Following the shooting at a Sikh temple in Wisconsin on Sunday, Fox News host Gregg Jarrett asked a nephew of one of the victims, “Have there been any prior acts of violence against members of the temple? Any anti-Semitic acts?”
Was this a side-effect of Fox News’ habitual concern for the feelings of its right-wing pro-Israel following?
Or did Jarrett simply mistake Sikhs for Semites?
If the latter, this would not be the first time Sikhs were mistaken for “Abrahamic” peoples. Four days after the the horrific events of 9/11, a Sikh gas station owner named Balbir Singh Sodhi was shot five times and killed by a man seeking revenge for the terrorist attacks, in which no Sikhs or Indians had a hand in perpetrating.
Though Monotheistic, Sikhism does not originate in any of the regions from which “Semitic” peoples traditionally trace their lineages, which include the Levant, the Arabian Peninsula, and the Horn of Africa. Founded in 15th-century India, Sikhism arose as a rejection of its homeland’s strict caste system, and Sikhs continue to place a large emphasis on equality.
Baptized Sikhs wear turbans, stop cutting their beards and hair and carry a ceremonial dagger. Many Muslim men, of course, also wear turbans and allow their beards to grow out. The resulting confusion has turned both communities into targets for violence, derision, and discrimination. In July 2004, two Sikh men were beaten in New York by men who mocked them for wearing turbans. In December 2001, two men beat a Sikh shopowner in Los Angeles with metal poles, saying, “We’ll kill bin Laden today.” In 2010, a Sikh cab driver in West Sacramento suffered spinal fractures after a passenger attacked him and called him a Muslim.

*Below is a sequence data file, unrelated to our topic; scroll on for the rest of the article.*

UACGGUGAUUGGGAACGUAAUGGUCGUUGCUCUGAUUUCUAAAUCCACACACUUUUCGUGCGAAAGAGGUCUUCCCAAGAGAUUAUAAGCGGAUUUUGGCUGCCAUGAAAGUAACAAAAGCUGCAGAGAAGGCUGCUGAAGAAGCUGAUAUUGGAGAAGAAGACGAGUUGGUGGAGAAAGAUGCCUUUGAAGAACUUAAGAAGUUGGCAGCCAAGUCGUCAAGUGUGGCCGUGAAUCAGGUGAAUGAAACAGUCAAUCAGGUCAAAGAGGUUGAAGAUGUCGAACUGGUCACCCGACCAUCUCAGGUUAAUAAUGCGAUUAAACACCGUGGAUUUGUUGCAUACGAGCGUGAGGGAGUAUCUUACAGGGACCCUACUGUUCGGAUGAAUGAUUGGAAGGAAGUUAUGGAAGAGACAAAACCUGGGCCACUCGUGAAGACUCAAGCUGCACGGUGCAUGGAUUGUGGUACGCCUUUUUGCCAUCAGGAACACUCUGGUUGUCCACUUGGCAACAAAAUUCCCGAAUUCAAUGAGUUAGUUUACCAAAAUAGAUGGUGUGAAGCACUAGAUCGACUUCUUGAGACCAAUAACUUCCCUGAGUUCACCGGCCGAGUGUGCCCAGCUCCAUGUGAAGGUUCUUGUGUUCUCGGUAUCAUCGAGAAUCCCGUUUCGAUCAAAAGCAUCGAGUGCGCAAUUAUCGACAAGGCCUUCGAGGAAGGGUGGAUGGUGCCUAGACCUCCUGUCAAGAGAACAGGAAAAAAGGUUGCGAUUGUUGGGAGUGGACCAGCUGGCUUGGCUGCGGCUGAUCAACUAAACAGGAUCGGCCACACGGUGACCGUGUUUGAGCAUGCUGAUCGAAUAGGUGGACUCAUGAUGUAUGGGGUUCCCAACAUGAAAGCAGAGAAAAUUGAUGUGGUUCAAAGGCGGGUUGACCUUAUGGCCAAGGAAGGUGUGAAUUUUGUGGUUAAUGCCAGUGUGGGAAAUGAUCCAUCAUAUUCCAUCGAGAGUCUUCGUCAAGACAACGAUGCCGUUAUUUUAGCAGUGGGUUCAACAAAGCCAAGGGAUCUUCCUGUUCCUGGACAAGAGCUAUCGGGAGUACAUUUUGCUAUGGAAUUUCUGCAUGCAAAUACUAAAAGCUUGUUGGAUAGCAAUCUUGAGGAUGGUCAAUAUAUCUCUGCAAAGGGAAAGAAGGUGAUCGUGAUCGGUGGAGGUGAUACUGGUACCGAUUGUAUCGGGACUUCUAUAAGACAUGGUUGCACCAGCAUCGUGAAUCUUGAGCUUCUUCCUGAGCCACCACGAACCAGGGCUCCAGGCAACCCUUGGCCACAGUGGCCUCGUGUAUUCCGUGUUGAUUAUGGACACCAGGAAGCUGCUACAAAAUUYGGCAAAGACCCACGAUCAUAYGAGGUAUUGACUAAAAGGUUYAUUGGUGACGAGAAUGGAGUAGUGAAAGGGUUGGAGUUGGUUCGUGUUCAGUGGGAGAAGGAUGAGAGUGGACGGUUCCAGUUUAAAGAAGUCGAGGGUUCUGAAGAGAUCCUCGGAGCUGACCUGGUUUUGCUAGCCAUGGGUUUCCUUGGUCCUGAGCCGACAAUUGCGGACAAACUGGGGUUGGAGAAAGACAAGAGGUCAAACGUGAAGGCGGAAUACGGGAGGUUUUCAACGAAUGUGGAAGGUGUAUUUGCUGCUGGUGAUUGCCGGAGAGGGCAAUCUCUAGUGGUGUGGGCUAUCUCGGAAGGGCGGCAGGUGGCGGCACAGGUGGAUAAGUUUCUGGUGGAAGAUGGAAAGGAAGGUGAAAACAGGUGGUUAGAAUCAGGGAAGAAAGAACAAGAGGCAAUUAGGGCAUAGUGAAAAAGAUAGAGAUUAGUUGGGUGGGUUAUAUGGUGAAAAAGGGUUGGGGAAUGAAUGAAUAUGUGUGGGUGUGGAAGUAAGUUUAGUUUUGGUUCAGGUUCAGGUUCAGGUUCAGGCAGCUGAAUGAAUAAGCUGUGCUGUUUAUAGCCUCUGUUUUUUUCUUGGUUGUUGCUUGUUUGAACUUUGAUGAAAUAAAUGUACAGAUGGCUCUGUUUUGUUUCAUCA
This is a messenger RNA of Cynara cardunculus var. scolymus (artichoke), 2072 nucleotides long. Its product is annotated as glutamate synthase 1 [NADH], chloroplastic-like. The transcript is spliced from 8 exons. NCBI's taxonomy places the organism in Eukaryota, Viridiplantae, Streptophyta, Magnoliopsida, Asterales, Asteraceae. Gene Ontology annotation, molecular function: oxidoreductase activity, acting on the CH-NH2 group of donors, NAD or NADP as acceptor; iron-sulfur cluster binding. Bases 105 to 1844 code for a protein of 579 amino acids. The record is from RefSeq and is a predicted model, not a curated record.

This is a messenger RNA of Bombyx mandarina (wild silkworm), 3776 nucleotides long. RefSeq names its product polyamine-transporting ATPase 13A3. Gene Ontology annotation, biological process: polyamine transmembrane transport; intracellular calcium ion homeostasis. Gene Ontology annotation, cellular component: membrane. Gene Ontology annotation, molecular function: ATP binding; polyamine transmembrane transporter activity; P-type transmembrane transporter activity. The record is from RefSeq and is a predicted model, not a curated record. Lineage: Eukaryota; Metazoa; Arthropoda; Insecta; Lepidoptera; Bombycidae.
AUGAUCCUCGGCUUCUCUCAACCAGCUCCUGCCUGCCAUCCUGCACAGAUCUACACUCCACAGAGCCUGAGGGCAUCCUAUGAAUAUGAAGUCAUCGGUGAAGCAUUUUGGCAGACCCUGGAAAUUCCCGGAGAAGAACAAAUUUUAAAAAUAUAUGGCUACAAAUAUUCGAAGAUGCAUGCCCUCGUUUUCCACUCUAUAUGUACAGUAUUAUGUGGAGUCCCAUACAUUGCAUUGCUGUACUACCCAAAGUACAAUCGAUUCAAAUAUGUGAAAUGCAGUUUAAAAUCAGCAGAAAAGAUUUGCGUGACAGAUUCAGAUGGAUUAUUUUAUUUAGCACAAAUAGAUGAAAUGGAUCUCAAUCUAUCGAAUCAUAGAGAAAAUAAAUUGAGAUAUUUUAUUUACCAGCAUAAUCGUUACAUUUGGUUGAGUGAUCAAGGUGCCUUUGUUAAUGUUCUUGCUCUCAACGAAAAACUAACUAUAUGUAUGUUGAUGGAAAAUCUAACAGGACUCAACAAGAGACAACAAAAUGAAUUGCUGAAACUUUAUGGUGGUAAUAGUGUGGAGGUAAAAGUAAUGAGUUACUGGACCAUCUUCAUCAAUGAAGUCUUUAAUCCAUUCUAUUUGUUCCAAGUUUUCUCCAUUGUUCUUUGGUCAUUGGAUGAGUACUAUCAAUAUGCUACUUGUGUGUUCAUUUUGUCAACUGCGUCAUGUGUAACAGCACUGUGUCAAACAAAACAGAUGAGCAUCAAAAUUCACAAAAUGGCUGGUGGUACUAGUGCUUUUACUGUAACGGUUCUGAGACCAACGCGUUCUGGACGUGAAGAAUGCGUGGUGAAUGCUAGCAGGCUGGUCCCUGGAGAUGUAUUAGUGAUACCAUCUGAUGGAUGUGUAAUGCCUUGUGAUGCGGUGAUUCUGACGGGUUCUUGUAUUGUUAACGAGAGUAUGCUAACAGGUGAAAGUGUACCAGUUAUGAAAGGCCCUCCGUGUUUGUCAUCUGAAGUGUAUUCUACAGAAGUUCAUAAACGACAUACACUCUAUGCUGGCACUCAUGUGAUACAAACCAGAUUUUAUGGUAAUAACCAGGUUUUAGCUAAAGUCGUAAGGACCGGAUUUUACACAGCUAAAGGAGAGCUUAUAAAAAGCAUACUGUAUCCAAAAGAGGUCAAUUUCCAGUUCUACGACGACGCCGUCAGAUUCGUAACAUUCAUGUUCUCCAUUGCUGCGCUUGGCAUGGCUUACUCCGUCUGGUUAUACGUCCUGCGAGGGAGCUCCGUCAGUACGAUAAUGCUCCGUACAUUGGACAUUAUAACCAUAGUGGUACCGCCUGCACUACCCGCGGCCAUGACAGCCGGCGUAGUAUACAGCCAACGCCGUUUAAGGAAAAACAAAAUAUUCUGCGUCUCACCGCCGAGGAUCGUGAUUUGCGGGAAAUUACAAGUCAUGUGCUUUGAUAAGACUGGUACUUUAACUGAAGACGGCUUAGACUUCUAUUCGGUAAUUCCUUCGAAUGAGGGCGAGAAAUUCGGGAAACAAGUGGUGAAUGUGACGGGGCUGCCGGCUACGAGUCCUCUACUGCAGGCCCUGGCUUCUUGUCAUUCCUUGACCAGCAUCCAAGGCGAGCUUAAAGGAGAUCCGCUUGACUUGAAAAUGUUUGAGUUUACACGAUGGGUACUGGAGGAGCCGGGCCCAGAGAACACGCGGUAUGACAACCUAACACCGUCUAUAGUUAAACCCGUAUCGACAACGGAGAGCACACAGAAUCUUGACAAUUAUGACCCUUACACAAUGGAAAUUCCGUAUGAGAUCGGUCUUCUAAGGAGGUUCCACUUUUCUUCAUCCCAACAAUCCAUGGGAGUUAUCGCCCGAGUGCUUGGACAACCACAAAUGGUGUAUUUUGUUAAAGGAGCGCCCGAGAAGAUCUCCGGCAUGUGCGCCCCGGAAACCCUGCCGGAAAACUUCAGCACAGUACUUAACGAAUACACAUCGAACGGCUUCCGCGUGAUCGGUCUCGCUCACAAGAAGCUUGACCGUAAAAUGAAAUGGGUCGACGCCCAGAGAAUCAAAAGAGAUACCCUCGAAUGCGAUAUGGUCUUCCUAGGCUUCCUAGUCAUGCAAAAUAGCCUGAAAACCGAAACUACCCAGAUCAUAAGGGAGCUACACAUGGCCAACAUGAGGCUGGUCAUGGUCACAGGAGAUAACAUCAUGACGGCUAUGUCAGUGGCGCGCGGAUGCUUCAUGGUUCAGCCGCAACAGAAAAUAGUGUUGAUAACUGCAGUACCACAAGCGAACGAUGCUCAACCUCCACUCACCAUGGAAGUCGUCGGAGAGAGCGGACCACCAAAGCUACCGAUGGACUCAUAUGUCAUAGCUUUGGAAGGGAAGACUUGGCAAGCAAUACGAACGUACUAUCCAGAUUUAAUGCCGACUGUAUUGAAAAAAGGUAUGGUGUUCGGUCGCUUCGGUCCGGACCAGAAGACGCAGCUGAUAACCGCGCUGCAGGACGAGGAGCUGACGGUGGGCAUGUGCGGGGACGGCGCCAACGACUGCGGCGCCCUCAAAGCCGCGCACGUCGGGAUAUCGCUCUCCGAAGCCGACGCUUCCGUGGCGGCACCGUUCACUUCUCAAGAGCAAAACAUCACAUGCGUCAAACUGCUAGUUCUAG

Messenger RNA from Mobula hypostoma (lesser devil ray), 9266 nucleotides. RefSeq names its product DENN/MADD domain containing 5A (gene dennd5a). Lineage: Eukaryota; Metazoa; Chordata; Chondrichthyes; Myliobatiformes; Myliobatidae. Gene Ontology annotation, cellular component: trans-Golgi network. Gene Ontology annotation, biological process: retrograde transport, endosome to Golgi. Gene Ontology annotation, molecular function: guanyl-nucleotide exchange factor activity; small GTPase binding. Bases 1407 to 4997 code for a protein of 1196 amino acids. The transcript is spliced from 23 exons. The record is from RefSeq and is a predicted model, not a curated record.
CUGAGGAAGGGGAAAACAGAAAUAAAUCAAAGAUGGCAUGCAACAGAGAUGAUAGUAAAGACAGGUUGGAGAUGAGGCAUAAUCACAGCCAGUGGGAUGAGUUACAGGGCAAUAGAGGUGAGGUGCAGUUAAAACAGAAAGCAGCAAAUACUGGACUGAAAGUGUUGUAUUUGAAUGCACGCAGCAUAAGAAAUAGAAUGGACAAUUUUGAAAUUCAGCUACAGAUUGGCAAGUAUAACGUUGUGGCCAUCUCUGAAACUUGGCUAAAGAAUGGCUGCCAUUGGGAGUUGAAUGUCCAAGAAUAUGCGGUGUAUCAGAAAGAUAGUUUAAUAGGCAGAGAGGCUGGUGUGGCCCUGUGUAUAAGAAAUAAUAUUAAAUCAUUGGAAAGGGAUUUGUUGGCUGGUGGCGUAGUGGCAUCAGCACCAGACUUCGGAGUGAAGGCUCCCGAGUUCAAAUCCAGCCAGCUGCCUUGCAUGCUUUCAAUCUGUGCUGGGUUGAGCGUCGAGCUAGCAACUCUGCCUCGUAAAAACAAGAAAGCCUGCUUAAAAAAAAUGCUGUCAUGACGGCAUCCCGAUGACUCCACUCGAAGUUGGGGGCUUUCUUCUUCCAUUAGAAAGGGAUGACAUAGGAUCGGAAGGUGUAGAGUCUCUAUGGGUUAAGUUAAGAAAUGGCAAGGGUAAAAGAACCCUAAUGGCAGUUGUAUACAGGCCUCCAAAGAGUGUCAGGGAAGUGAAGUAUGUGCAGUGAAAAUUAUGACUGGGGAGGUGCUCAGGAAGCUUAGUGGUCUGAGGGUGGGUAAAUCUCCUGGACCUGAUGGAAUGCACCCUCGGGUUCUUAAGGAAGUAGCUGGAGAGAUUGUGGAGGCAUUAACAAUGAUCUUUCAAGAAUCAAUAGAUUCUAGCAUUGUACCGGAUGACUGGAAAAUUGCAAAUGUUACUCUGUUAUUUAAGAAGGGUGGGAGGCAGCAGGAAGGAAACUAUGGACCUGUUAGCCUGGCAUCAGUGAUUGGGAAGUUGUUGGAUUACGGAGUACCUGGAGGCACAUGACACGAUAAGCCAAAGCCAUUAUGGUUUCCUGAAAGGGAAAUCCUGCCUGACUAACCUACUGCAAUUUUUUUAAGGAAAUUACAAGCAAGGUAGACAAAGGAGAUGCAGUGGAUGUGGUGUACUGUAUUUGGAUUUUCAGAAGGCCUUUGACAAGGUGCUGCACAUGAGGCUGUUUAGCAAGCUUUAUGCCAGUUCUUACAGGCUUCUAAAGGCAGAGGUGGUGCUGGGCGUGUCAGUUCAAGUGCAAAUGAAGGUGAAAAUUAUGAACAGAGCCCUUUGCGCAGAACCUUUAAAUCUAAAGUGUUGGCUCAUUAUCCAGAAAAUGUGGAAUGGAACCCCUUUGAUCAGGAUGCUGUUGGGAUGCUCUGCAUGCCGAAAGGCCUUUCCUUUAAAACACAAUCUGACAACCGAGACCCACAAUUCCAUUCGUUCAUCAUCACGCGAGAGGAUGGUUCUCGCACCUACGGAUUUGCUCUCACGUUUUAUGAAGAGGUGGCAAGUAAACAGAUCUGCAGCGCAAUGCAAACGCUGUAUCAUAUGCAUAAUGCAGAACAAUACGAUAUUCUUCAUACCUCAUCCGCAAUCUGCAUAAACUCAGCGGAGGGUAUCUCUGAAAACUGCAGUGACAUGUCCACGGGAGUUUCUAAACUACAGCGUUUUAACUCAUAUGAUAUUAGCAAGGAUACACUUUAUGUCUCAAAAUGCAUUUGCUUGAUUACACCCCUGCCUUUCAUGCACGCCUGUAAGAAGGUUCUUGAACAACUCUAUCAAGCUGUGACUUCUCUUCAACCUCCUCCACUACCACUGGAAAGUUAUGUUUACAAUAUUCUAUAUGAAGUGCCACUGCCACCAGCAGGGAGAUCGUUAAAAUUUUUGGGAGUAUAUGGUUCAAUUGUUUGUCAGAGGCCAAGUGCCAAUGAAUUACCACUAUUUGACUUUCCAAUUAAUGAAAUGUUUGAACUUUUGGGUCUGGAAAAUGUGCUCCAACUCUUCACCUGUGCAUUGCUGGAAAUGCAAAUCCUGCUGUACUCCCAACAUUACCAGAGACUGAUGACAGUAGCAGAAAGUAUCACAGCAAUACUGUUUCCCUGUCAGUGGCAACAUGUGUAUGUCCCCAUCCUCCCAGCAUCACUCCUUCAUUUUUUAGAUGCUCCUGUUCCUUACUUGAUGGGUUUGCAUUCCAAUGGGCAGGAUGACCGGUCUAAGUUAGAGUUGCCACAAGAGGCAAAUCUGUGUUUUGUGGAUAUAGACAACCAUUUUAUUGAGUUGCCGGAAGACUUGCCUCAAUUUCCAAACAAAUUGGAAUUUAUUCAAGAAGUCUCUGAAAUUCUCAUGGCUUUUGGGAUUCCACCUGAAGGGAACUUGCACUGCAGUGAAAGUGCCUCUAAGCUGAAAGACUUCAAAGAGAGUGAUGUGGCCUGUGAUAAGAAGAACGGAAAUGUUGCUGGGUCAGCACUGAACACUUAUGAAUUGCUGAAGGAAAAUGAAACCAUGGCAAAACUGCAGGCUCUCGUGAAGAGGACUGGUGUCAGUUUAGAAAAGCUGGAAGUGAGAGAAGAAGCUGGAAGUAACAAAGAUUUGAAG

Until recently, even the FBI compiled data on anti-Muslim and anti-Sikh attacks together. Earlier this year, Rep. Joe Crowley (D-N.Y.) sent a letter to the FBI asking them to start tracking attacks on Sikhs separately, which ninety fellow members of Congress signed.
As the years since 9/11 have gone by and as the work of groups such as the Sikh Coalition have gained traction in this country, the hatred and ignorance that fueled attacks on Sikhs seemed to have dissipated. (To be sure, subtler forms of discrimination still linger. For example, employers often discourage Sikhs from applying for jobs where they have to interact with customers, pushing them toward backroom jobs instead.) But the recent shooting in Wisconsin and Jarrett’s cultural confusion remind us that we still have much to learn about the various communities that participate in the American Dream alongside our own.
Jarrett’s mistake and the racial violence that has taken the lives of too many innocent Americans — Sikhs, Muslims, and others — are symptoms of similar maladies. Obviously, cultural education is not the only measure that is needed to prevent senseless murder; but it is one of the steps we need to take in order to stamp out the kind of ignorance in this country that leads to apathy, discrimination, and disregard for the reality that American communities have an equal interest in the benefits of diversity and intergroup collaboration.